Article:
Beating Embedded Behaviour

Posted on: Friday 02 July 2010 6:57am

Understanding real drivers and real shifts of behavioural change in children through video ethnographic research.

Moderator: Shazia Ali, Research Consultant, Mint Research

Speaker: Sarah Pearson, Managing Partner, Actual Customer Behaviour (ACB) LLP

Consumption of Video on Demand (VoD) services is a hot topic for many in the industry, which is why a consortium of broadcasters commissioned a three year ethnographic study with ACB to provide insights on actual rather than ‘claimed’ behaviour. The study involved lots of video cameras in households over extended periods, allowing them to capture what people were watching and what their reaction were.

The first key point is that PVR’s are the future with 75% of households expected to have one by 2013. All the households in the study had PVR’s. The good news for the big channels are they’re here to stay – On Demand will have little impact on this. PVR users want more hard drive rather than more On Demand.

Viewing VoD is most successful on laptop screens for personal viewing rather then on TV’s. Traditionally, TV is where most social viewing takes place but this in turn means that it can consist mostly of ‘compromise tv’ whereby whoever has control over the remote wins. Laptops provide personal and private ‘my TV’ viewing. Despite this watching TV together remains a key activity – the families in this research did it regularly.

Children are also using VoD to enhance their TV viewing. In the study, one young girl went online to check out the Dr Who website, then watched the show on TV with the family before getting up at 8am the following morning to watch the show all over again on the laptop! Dads tend to influence children/teens’ online behavior by either prompting them or by regularly going online themselves. Children often mirror dad and younger siblings mirror their older siblings.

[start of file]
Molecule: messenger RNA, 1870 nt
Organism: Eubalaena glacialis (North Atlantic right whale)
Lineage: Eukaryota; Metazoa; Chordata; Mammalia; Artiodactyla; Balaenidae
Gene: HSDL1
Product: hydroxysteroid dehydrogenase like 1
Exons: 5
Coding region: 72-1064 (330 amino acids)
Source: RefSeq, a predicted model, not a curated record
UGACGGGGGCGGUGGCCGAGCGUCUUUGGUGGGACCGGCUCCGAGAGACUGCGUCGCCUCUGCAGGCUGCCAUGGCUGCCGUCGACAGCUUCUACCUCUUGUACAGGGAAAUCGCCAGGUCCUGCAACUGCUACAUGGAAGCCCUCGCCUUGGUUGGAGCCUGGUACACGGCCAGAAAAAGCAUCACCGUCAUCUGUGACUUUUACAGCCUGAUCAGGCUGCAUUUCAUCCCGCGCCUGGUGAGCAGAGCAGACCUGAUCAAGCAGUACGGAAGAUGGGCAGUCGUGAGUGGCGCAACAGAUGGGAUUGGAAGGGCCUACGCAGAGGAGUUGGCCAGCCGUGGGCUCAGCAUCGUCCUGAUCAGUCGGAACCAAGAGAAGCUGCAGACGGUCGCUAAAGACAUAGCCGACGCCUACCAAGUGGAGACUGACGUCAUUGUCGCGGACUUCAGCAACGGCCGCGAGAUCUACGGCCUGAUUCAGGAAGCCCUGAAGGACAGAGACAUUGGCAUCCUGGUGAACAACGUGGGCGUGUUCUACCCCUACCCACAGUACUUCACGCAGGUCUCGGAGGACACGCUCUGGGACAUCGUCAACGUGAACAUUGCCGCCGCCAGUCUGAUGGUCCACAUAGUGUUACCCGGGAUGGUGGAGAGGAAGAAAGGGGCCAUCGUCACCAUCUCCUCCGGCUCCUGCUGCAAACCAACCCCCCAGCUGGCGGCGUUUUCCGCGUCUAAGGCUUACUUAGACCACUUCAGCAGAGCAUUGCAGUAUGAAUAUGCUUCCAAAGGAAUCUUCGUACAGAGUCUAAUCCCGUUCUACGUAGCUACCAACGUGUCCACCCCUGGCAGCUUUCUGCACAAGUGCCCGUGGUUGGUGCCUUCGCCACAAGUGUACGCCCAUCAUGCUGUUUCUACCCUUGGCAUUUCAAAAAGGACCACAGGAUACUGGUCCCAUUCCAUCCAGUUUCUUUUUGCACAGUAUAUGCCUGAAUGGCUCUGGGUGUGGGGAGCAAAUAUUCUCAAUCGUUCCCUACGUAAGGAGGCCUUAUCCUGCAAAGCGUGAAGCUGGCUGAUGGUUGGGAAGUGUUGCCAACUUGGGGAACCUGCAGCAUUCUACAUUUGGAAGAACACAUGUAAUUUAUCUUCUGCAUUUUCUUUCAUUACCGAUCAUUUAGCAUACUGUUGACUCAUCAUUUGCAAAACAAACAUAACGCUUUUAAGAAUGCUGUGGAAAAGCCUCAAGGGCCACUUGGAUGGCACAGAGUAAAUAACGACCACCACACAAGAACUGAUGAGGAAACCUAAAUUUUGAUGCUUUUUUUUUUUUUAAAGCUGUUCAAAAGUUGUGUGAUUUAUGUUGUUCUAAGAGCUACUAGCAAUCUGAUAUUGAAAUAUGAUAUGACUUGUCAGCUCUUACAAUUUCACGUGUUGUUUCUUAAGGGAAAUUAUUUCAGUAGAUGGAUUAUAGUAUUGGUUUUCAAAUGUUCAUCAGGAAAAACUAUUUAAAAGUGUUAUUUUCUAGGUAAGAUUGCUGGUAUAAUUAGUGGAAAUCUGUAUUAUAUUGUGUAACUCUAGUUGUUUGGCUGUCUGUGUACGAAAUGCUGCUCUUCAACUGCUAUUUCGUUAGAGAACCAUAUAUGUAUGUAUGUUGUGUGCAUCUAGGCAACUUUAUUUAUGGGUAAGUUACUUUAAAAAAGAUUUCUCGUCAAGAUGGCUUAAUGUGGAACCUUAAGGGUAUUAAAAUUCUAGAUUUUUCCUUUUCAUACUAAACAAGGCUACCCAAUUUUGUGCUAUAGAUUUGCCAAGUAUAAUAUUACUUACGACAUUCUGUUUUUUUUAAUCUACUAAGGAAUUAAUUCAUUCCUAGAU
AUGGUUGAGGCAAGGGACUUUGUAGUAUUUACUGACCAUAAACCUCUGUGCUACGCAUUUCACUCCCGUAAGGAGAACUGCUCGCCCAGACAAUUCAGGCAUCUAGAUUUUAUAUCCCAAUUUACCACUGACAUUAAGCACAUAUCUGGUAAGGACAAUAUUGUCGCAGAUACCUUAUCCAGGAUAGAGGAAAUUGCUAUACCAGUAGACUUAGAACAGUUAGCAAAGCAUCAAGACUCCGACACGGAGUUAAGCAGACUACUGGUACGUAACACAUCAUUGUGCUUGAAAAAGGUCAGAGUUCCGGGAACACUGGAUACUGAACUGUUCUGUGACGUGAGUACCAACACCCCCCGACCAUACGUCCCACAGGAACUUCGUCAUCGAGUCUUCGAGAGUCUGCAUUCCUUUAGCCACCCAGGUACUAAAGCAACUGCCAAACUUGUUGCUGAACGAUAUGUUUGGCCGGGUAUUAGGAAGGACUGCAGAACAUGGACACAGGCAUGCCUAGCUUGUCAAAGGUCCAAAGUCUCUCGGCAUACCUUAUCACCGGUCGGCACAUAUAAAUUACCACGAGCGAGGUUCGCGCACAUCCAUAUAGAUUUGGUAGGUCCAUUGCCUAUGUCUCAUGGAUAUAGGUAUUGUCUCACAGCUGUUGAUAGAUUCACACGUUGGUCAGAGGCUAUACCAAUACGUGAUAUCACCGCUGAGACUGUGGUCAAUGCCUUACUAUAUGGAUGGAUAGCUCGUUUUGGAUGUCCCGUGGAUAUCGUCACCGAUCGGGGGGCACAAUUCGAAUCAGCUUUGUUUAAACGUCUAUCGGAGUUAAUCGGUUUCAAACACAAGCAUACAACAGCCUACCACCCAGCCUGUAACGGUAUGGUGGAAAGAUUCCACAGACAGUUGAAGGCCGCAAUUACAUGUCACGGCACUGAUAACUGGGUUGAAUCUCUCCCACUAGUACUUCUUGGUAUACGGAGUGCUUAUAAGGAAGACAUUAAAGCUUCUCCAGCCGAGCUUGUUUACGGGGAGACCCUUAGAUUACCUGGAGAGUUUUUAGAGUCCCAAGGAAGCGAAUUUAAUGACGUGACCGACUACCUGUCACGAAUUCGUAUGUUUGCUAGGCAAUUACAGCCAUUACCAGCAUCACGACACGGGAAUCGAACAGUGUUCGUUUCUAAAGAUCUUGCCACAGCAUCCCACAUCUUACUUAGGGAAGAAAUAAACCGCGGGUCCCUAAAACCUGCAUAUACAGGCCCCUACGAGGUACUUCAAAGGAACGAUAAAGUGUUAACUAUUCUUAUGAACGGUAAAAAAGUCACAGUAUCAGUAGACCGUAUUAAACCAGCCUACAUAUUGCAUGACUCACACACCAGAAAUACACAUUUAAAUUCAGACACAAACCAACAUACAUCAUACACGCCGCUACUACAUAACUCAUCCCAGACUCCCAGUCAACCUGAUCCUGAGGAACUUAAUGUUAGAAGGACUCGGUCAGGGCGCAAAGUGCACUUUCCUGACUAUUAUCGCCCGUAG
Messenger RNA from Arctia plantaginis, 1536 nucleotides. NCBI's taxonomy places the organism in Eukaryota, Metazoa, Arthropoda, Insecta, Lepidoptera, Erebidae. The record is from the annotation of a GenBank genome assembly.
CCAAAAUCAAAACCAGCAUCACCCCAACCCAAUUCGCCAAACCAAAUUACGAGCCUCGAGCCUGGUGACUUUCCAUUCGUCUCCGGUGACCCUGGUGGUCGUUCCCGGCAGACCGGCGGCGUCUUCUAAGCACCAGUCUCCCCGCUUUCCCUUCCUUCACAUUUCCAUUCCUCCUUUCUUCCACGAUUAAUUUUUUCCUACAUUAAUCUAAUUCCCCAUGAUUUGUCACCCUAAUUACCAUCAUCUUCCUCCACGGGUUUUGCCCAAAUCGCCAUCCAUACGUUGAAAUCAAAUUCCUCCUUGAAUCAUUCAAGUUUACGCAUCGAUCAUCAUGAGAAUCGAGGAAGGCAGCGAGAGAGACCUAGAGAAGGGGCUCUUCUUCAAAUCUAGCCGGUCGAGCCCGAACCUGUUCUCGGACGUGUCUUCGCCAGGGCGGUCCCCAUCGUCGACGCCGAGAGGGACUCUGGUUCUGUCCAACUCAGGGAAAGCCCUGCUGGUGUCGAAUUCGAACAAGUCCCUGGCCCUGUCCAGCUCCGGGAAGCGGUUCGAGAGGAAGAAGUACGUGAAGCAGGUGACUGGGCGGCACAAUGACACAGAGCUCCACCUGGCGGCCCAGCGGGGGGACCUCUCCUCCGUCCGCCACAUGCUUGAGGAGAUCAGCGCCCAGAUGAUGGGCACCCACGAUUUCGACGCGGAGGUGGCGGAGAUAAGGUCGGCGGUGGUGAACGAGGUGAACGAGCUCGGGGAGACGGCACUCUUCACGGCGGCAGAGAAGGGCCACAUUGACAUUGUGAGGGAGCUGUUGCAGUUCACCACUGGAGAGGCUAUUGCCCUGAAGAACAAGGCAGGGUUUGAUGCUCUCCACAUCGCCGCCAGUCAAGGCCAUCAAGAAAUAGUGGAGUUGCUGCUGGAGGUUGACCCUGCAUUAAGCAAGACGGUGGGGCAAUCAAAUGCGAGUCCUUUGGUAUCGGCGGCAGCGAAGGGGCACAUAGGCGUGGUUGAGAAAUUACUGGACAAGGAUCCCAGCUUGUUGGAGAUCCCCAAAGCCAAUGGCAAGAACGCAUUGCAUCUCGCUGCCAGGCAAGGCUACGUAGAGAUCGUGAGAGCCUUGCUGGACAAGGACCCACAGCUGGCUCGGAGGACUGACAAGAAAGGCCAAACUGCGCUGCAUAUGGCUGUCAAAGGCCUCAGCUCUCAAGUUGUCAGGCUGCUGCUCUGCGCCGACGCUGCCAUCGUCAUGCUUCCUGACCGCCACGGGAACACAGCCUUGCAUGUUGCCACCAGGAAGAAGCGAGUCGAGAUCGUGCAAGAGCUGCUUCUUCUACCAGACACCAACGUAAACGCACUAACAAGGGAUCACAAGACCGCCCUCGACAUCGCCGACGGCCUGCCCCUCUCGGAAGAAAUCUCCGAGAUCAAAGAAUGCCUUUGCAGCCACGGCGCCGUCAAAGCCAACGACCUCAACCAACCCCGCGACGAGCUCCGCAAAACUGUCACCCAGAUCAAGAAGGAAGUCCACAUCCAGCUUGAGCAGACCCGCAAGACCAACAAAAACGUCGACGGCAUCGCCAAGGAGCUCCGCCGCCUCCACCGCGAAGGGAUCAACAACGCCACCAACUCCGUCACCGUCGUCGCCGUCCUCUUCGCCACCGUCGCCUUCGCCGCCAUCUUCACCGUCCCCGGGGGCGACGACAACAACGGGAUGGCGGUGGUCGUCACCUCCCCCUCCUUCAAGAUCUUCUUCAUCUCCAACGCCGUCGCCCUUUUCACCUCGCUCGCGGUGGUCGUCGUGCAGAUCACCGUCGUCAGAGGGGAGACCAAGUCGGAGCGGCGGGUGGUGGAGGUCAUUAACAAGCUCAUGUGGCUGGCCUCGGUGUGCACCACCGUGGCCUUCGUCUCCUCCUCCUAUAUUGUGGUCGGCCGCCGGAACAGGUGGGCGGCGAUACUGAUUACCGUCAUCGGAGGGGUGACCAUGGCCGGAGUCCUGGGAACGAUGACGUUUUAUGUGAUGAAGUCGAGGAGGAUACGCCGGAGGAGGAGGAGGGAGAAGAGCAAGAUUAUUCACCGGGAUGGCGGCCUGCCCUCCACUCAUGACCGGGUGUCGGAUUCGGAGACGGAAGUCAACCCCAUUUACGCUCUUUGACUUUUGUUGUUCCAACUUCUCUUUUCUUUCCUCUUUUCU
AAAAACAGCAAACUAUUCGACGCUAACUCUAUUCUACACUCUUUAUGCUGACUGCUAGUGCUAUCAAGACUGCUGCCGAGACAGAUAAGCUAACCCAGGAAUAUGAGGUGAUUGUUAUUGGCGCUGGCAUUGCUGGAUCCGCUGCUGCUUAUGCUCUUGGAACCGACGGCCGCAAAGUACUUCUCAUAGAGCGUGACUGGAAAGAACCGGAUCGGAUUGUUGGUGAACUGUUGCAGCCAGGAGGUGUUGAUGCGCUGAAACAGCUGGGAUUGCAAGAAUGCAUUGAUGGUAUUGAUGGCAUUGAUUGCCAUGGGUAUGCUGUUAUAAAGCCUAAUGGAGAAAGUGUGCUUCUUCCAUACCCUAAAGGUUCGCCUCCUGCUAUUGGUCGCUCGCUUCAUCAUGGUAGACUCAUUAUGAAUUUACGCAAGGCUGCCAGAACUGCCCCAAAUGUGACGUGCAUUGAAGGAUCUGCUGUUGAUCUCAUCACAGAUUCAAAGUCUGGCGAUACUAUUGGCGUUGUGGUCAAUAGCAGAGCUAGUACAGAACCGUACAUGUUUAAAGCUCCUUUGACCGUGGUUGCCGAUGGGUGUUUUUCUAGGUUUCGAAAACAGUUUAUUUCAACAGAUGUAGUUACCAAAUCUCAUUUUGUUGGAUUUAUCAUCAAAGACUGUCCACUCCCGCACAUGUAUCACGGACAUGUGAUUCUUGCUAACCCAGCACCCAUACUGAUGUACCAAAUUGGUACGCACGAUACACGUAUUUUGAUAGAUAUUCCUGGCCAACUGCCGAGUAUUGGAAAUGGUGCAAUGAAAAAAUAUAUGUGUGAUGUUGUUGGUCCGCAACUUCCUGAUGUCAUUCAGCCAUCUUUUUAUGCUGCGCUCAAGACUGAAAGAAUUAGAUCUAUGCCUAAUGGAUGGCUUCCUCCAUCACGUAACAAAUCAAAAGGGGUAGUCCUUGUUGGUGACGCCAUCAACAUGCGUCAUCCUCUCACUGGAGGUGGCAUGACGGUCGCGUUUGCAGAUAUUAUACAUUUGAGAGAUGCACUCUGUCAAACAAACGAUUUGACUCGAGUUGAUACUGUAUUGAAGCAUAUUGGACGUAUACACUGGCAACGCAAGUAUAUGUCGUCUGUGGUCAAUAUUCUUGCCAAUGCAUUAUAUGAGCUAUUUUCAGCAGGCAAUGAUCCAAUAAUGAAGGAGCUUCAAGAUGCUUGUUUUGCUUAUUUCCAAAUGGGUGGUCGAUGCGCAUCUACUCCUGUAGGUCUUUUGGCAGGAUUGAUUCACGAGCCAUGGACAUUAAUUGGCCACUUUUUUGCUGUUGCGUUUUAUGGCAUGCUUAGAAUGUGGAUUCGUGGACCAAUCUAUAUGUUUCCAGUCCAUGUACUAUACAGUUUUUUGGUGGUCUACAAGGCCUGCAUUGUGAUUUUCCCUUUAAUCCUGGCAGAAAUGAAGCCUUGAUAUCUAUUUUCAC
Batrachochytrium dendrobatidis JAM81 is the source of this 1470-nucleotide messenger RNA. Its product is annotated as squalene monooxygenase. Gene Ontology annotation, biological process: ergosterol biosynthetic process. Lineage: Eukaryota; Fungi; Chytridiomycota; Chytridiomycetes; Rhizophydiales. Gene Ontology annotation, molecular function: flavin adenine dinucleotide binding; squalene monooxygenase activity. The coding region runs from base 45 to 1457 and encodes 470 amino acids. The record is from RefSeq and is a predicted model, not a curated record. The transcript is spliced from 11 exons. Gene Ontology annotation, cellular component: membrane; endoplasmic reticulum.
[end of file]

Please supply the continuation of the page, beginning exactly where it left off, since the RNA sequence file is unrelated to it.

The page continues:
When a laptop was introduced into one household and the eldest son had more ‘my tv’ time as a consequence, he started to watch darker subjects. Then his younger brother tried to emulate by looking up similar bite size vids on you tube and by the end of the study the youngest sibling had started using the laptop mainly to keep up with the elder siblings.

It seems that habits and trends are changing but it’s happening slowly and invariably it’s complementing existing viewing. Laptops enable kids to have more freedom in what they view. This research is about to begin Phase 3 so hopefully next year we can get even more information to digest and discuss!